But according to the theories of Hahnemann himself such an individual after ten years may eventually develop different pathology with symptoms indicating Medorrhinum as a second level of pathology, and again the question will arise whether the Lycopodium or the Medorrhinum was his constitutional remedy.
It is obvious therefore from this above short analysis that the meaning of "constitutional" remedy is rather an elusive one or better that it has eluded several generations of homeopaths so far and it is my belief that it will continue to do so in the future.
Here are a few examples from public courses. The cases are on video.
A case of severe generalised neurodermatitis with celiac disease shown on Video in 1990 in Celle Germany, in a child of three years old, who had received several remedies without any effect, amongst them also Pulsatilla. When I saw her I prescribed Tuberculinum which brought about a severe further aggravation of the dermatitis with a small amelioration of the digestion. Six months later when I saw the case again during the course her symptoms had changed and now clearly indicated Pulsatilla. This was given with an immediate relief of the symptoms of neurodermatitis and also further amelioration of the digestive problems.
Experience shows that this child, as she grows, will need certain other remedies for occasional problems. Which is the constitutional remedy? Tuberculinum? But this brought an aggravation, not a cure, yet it was the necessary intermediate for Pulsatilla to act.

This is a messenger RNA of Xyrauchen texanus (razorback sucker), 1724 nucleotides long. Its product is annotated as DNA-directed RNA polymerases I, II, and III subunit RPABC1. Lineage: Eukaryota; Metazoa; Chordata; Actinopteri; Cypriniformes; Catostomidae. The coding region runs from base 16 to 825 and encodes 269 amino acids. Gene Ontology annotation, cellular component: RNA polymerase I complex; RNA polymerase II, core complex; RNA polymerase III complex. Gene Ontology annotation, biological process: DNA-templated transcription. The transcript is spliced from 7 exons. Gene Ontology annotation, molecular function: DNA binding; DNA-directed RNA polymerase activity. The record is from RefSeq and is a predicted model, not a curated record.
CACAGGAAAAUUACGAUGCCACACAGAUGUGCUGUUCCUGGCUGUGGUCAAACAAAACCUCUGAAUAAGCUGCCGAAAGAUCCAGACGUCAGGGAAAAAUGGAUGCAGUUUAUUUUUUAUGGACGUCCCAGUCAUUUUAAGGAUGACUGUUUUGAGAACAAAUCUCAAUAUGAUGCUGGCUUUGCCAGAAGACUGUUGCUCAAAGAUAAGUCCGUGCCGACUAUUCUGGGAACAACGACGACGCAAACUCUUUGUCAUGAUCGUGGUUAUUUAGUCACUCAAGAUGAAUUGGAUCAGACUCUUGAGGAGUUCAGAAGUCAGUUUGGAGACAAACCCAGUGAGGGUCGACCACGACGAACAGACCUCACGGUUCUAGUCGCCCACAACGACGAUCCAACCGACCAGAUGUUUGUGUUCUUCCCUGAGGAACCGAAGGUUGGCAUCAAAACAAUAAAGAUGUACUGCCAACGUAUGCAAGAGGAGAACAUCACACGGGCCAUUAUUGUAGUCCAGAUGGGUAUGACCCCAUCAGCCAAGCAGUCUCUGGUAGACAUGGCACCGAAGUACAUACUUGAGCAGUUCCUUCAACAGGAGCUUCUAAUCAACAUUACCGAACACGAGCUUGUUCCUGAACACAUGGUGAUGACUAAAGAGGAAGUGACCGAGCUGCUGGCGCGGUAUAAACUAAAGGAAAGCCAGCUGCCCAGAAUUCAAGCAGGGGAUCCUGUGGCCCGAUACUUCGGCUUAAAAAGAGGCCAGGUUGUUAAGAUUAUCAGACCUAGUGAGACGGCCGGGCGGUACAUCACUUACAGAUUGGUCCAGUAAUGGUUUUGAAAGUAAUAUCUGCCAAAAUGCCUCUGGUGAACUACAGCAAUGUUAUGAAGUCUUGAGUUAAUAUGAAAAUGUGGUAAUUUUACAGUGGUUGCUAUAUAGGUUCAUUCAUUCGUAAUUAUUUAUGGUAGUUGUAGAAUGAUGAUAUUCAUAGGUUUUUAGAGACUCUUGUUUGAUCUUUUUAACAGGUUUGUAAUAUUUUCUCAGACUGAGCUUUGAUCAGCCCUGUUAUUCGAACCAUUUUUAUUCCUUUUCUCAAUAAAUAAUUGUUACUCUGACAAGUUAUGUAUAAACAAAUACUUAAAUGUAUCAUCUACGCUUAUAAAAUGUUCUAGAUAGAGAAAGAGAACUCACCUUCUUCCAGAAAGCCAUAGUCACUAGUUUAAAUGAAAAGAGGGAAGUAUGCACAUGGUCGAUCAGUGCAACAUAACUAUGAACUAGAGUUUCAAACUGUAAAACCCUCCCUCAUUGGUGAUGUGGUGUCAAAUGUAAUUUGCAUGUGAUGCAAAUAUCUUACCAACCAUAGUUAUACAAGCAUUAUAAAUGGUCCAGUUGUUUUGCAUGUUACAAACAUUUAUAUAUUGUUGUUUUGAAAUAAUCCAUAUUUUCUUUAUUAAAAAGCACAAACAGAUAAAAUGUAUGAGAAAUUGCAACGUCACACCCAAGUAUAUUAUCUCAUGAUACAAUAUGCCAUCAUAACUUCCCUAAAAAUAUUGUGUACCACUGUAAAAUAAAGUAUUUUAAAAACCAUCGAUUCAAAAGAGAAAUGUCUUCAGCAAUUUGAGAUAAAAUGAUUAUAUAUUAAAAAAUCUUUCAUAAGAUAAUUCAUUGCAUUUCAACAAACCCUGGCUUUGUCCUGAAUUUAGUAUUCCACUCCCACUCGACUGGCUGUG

Another case of a woman, 40 years old suffering with severe chronic headaches where several remedies-amongst them Lycopodium and Natrum muriaticum- were prescribed without any effect. She received Chelidonium in my first consultation, from which she had a severe aggravation without much relief, but five months later and while there was no apparent amelioration the symptoms changed to point more clearly to Lycopodium which gave a noticeable relief and finally she received Natrum muriaticum which cleared up the case in a treatment that lasted a year and a half. Which was the constitutional remedy? Chelidonium? Why did it not cure then and why did it need the complimentary of Lyc and Natr-m.? Was it Natr-m or Lycopodium? Why they did not cure in the first place?
So we see in the life of a patient who is treated exclusively with homeopathy for several years that there may be a remedy that has helped most but needed the support of other remedies as well.
- Hahnemann SC. Organon of Medicine 81 - Constitution
- Vithoulkas G. A New Model for Health & Disease - Page 142, aph. 41